ABERDEEN, Wash. – The Northwest is on the verge of becoming a gateway for crude oil. Three different developers have plans to use docks on Grays Harbor, Washington to transfer crude oil from trains to ships. Other projects are getting off the ground in Tacoma, Vancouver, B.C. and on the lower Columbia River.
There was a huge turnout Wednesday night at an introductory public workshop in Aberdeen, Washington. The response indicates crude-by-rail may be the region’s next big environmental controversy.
There’s a growing glut of oil in eastern Montana and North Dakota. It’s part of the shale drilling revolution, which promises to turn North America from an energy importer to an exporter. But pipelines can’t keep up with the gusher of production. Port of Grays Harbor CEO Gary Nelson says that creates opportunities for railroads and ports to get oil to market in other ways.
“You’ve always got to look for the next new thing.”
Nelson spoke to a standing-room-only audience in Aberdeen. The crowd was testy. Around the sides of the meeting hall, a trio of prospective crude oil terminal operators handed out literature and fielded questions.
One questioner asked which refineries are you going to be fed by rail. Other people asked about oil-spill response, rail congestion, how many jobs would be created and how big the oil tankers could be.
In many respects, this event represents a public “coming out” for a business opportunity that is catching the eye of multiple Northwest ports and companies. Some examples:
• Near Clatskanie, Oregon, a Massachusetts firm has paid $95 million for a newly established crude terminal on the Columbia River.
• In Tacoma, the port just approved an expansion of the Targa Sound Terminal so it can receive crude and other liquids by rail.
• Up in British Columbia, energy giant Kinder Morgan plans to greatly expand its pipeline and Vancouver terminal to supply Asian markets.
• In Hoquiam, Washington, U.S. Development Group proposes to build an oil terminal.
• Separately nearby, the owner of a biodiesel refinery wants to diversify into crude oil shipping.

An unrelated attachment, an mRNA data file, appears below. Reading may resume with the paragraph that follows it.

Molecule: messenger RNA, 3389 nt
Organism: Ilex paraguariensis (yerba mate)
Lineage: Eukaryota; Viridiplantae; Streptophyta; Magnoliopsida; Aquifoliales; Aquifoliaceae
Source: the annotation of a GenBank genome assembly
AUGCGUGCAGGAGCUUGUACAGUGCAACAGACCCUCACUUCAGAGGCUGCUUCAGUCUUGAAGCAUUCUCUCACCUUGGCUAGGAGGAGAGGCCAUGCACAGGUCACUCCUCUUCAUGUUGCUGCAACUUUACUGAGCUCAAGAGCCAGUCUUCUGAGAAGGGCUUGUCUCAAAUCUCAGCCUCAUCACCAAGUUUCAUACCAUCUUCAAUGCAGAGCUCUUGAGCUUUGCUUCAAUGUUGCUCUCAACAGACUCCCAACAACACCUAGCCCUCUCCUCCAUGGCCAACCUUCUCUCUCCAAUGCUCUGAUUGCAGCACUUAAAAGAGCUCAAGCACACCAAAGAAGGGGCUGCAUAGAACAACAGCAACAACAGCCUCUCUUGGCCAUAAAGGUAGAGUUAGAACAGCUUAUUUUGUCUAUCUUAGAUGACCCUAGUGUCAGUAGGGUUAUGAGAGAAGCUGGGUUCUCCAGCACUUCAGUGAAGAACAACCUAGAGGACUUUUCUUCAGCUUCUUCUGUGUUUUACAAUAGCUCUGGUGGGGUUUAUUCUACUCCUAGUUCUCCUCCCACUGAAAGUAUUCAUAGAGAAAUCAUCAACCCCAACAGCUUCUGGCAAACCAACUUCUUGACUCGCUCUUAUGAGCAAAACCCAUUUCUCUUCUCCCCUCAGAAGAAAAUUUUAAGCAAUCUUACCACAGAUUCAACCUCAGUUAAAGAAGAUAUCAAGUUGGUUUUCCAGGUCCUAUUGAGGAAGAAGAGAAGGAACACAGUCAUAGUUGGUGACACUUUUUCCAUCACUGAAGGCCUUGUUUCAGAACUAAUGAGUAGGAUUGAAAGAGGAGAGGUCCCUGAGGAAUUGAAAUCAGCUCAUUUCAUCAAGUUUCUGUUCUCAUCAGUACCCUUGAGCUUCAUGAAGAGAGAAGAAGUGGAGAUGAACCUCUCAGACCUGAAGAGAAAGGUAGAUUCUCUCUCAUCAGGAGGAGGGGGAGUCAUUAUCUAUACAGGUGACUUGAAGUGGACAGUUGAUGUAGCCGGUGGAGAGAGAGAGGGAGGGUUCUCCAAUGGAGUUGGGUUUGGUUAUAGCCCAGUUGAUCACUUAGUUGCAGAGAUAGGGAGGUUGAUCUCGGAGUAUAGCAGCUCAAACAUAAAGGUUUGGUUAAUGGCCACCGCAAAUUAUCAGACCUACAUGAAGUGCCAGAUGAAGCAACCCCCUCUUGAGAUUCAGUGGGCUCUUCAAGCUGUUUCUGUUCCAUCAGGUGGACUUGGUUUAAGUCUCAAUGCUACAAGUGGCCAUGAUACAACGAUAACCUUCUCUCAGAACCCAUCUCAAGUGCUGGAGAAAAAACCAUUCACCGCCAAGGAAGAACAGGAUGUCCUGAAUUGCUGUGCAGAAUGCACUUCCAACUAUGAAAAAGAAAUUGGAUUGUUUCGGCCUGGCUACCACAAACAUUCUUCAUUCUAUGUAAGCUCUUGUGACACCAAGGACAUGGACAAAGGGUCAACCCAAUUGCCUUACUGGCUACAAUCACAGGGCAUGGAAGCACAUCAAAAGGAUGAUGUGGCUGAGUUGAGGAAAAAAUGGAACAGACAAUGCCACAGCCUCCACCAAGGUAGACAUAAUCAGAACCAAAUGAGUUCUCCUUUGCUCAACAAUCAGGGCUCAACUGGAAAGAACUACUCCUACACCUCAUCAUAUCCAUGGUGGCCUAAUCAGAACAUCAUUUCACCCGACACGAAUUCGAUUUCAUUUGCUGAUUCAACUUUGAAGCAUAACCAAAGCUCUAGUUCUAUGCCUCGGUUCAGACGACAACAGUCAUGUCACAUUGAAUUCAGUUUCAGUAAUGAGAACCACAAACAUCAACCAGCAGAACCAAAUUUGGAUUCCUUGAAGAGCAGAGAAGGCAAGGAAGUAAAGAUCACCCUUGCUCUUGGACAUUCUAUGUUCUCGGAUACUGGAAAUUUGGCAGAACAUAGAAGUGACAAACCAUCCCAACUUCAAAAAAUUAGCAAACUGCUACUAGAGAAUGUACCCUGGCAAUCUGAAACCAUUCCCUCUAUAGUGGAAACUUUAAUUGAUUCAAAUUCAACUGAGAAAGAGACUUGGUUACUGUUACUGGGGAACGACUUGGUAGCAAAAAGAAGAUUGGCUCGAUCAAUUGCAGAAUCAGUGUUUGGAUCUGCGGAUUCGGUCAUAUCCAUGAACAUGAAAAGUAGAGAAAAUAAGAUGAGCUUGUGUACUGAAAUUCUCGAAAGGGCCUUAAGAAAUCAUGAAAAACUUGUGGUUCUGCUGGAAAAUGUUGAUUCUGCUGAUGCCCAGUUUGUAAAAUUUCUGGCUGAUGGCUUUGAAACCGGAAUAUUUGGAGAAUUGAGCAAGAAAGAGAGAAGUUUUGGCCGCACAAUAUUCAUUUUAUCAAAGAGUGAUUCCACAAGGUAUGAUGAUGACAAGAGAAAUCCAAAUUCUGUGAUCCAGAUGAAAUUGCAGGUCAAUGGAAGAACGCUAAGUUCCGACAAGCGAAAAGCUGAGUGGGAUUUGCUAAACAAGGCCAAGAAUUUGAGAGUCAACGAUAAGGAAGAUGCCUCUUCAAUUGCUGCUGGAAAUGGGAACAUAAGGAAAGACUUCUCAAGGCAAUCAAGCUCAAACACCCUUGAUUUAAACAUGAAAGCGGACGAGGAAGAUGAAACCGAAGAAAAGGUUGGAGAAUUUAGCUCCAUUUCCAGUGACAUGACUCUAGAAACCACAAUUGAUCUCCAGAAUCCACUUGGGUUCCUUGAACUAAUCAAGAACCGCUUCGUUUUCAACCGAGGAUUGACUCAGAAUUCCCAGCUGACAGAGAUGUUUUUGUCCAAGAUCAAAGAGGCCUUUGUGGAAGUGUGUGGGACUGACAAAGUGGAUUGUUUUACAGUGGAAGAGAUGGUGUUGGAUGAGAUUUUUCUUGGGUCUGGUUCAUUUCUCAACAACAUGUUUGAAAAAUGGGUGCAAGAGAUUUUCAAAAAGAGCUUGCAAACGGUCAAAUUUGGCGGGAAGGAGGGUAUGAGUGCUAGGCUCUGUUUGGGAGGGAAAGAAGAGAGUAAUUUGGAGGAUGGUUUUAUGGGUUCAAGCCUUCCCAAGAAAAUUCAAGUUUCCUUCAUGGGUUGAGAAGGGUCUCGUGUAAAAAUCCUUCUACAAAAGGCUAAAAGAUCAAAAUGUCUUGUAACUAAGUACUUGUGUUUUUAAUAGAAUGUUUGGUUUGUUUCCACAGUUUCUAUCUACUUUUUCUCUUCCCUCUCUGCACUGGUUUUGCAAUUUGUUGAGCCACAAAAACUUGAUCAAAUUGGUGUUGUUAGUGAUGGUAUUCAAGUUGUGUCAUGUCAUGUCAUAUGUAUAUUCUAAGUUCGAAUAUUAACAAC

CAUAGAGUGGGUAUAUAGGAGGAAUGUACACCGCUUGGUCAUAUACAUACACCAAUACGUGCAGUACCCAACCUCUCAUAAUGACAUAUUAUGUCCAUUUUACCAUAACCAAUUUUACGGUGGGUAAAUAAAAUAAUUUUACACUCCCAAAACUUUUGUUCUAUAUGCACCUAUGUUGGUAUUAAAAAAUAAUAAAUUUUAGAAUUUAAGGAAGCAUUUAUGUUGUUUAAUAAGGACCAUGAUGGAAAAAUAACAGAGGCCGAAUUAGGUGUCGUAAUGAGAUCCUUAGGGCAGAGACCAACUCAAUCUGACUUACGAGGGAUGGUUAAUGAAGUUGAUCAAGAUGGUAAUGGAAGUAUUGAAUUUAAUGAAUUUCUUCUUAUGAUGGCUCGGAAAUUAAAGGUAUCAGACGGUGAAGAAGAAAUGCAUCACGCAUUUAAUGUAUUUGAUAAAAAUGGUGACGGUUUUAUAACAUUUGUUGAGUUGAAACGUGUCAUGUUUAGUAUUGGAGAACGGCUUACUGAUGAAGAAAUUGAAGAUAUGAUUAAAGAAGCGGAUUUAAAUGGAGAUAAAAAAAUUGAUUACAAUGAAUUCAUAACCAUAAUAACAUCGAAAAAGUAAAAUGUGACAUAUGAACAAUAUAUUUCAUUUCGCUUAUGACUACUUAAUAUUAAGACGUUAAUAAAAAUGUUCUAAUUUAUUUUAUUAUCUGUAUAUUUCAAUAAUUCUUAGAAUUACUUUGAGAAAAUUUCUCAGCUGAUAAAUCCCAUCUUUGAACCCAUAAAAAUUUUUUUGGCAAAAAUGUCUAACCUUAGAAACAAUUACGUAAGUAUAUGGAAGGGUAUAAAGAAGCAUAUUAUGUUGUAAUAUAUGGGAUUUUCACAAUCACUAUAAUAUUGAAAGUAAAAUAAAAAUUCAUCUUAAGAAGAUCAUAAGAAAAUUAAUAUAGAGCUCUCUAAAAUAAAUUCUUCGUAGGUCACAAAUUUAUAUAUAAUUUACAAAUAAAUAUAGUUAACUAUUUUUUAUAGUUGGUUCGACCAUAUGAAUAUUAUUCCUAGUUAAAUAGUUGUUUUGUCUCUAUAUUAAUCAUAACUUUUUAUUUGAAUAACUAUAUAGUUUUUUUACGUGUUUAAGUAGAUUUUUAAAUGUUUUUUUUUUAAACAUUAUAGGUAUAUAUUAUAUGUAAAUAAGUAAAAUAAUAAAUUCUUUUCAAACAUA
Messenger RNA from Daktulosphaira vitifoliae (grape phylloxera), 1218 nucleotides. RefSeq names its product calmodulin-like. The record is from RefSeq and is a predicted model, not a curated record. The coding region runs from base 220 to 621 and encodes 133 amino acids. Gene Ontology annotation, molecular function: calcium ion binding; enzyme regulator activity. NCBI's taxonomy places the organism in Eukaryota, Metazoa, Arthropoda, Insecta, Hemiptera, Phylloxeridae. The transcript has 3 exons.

Add Aberdeen, and you’ve got six potential crude oil terminals in the Northwest, versus having just one half a year ago.
On the Aberdeen waterfront, Westway Terminal Company Vice President Robbie Johnson explains why this place appeals to his company.
“Grays Harbor is in the catbirds seat for handling crude by rail. It’s very close to deep water. It’s a desirable location. It’s very pro-business. Labor is available. We’re very, very excited about this.”
Johnson says federal law bans the export of U.S. crude oil to foreign countries. So the customers for the crude rolling our way will be coastal refineries in California and northwest Washington.
“We are very good stewards of the environment,” Johnson says. “We have not had spills. We’re very careful.”
But the potential for spills is just what they’re worried about across the bay.
Cannery workers are shucking freshly harvested razor clams at Brady’s Oysters. Co-owner Korey Engvall says his seafood company also cultivates about 30 acres of oyster beds in Grays Harbor.
“There’s a large record of oil being spilled everywhere it is transported,” he says. “So, you know, it makes us very nervous. We do not like the idea at all.”
Korey’s dad, the business namesake Brady Engvall, previously opposed a plan to export coal from Grays Harbor. That’s now shelved. He argues crude would be worse.
“This is just a risk we can’t afford to take.”
Others around the harbor weigh the risks and benefits differently. As of last month, Grays Harbor County had an unemployment rate of 12.4 percent. That’s the second highest among Washington counties. The crude terminal developers in this area say they’ve received wide support from local elected officials hungry for new, family-wage jobs.